While Denial of Service (DoS) and Distributed Denial of Service (DDoS) attacks have similar names and goals, there is a significant difference between the two, and that would be the number of systems involved in an attack. A single computer can independently launch a DoS attack, while a botnet of multiple systems is required to perform a DDoS attack.
Let’s take a closer look at the two to better understand the DoS vs DDoS issue.
A DoS attack is an attack designed to make a target application or system less able to respond to legitimate requests. This includes everything from degrading its availability to causing a complete crash.
DoS attacks can be performed in several different ways. For example, an attacker may exploit a vulnerability in a target application that causes it to crash. Since this takes the application offline, it is a DoS attack.
Another form of a DoS attack is more closely related to a DDoS attack. In this type of attack, the attacker uses a computer to send many spam requests to a target application or server with the goal of overwhelming it. Since any resources that the target application or server devote to handling these spam requests cannot be used for legitimate requests, the availability of the system decreases.
DDoS attacks are a scaled-up version of this second type of DoS attack. Instead of using a single computer, an attacker will use many different Internet-connected devices to launch a coordinated attack against a target application. The greater scale possible with these attacks makes them more likely to take a target system offline.
These DDoS attacks are typically performed using botnets, which are networks of computers under the attacker’s control. While botnets can be built using cheap cloud computing resources, it is more common for cybercriminals to build botnets from systems compromised during their attacks.
These botnets are typically composed of insecure and easily compromised Internet-connected devices. For example, Mirai built a botnet of 400,000 compromised devices at its peak by logging into devices using one of a set of sixty-one default login credentials. Other botnets take advantage of vulnerabilities in devices that are infrequently patched and updated, such as routers and Internet of Things (IoT) devices.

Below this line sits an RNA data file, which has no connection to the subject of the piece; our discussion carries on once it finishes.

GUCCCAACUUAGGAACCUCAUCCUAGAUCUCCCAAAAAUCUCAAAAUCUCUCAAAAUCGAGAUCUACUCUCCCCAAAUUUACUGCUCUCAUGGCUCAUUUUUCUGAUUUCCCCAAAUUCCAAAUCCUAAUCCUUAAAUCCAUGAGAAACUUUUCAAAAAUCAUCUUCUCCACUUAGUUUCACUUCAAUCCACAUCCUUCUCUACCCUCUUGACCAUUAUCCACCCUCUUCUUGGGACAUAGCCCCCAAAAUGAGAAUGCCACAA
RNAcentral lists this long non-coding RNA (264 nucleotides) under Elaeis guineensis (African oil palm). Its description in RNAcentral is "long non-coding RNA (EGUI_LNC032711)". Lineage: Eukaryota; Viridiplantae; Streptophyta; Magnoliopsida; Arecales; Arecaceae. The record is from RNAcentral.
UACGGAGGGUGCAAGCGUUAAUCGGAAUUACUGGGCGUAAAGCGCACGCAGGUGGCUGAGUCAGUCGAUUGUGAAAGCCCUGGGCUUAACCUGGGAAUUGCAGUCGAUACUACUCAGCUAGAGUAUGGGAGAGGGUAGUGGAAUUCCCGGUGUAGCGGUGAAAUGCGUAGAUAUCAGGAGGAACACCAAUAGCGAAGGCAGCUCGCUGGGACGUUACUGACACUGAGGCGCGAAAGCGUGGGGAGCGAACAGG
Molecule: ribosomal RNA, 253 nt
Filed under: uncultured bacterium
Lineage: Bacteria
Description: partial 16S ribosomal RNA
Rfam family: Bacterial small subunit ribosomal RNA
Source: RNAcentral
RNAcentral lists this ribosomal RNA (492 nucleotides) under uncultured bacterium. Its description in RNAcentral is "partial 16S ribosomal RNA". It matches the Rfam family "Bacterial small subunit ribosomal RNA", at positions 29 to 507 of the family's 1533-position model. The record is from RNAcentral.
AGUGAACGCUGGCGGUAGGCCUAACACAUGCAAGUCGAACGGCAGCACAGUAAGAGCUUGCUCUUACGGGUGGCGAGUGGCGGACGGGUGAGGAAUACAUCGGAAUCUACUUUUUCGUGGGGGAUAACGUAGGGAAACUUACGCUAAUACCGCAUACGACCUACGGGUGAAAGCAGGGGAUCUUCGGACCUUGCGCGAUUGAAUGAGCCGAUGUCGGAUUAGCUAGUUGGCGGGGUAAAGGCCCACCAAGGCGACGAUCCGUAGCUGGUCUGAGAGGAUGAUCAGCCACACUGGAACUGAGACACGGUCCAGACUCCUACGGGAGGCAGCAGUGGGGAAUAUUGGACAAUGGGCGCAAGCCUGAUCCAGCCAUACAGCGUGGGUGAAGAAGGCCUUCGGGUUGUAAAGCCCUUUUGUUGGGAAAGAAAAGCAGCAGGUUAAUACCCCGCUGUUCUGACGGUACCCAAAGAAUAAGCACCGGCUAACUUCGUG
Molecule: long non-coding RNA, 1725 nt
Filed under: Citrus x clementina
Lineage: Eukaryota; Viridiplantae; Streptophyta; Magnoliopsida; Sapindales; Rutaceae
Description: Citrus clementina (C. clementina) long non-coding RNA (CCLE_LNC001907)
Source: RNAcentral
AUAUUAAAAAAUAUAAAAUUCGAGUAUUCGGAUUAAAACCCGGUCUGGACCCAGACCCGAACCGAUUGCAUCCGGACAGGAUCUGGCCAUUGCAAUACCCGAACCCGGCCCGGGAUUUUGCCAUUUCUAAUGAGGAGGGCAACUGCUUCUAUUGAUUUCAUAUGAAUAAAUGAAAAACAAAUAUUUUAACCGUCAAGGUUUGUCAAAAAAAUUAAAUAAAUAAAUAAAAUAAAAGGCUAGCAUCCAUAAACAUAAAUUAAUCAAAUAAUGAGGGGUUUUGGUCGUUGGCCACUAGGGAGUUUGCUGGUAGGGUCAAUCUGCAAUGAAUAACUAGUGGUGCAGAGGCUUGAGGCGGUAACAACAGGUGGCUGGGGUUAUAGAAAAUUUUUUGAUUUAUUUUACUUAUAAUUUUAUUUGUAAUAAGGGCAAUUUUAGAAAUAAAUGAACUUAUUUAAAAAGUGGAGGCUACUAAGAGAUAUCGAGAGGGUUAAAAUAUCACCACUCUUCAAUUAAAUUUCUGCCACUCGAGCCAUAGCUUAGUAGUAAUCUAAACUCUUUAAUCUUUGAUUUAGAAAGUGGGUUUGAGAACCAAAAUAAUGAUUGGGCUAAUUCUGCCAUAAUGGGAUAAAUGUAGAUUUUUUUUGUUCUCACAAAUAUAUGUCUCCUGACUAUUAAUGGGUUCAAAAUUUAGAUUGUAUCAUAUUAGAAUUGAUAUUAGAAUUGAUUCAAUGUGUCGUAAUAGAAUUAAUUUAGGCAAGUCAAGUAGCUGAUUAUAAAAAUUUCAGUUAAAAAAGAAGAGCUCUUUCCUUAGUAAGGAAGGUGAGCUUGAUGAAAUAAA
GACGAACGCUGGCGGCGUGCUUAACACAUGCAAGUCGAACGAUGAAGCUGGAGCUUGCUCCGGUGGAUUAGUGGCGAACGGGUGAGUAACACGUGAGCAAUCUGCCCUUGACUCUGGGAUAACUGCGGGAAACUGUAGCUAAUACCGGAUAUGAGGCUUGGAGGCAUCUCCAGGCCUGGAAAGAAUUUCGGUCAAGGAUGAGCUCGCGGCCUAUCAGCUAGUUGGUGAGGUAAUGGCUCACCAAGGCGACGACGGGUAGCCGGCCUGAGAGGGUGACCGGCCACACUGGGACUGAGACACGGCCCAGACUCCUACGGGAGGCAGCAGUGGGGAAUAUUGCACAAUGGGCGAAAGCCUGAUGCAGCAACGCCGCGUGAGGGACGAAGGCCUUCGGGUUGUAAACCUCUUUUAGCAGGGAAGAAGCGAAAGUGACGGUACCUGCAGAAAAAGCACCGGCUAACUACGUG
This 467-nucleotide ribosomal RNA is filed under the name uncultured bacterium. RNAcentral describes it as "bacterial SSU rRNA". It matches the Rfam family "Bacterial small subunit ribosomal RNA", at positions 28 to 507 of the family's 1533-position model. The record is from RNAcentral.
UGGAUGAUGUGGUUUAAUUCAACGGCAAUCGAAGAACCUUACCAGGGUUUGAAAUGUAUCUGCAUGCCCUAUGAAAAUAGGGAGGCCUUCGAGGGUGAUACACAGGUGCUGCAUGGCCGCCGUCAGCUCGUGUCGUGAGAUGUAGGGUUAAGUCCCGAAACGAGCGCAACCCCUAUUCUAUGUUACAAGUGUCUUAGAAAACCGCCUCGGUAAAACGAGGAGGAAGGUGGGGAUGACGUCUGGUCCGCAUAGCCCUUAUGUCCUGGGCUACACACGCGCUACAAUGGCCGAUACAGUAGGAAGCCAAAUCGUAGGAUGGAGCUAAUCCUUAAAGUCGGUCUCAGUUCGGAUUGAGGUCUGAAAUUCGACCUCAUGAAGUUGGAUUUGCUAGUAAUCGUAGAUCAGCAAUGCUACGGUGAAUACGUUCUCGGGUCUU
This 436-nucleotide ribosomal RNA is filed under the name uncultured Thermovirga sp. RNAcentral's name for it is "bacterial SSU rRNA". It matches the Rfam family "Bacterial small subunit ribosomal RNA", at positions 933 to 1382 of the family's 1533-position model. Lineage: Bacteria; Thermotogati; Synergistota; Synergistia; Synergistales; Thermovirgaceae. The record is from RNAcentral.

DDoS attacks can be accomplished in a variety of ways. The three main categories are:
DDoS attacks can be accomplished in different ways as well. For example, amplification attacks are a common method of performing volumetric attacks. In an amplification attack, the attacker sends traffic to a service (like DNS) whose responses are larger than the corresponding requests. By spoofing their IP address to that of the target, the attacker has more data sent to them than the attacker sends out, amplifying the impact of their attack.
DDoS attacks are performed by networks of machines that send spam requests to a target application or server. The best way to protect against these attacks is to deploy an anti-DDoS solution that identifies and blocks the malicious traffic before it reaches the target.
However, this scrubbing of network traffic can be difficult, depending on the sophistication of the attack. More sophisticated DDoS attackers will use traffic that is extremely similar to legitimate traffic. If a scrubber fails to block this traffic, then it does not adequately protect the target system. On the other hand, accidentally scrubbing legitimate requests does the attacker’s job for them.
Protecting against the DDoS threat requires a sophisticated DDoS protection solution capable of accurately identifying and blocking DDoS traffic while allowing legitimate traffic to pass through unhindered. Check Point DDoS Protector offers zero-day DDoS protection and can block a variety of DDoS attacks using multi-layered protection that is customized to the business.
DDoS attacks pose a significant threat to organizations, but they are only one aspect of the cyber threat landscape. To learn more about the cyber threats that organizations face today, check out Check Point’s 2021 Cyber Security Report. You’re also welcome to request a security checkup to help identify security gaps that might be leaving your organization vulnerable to DoS or other attacks.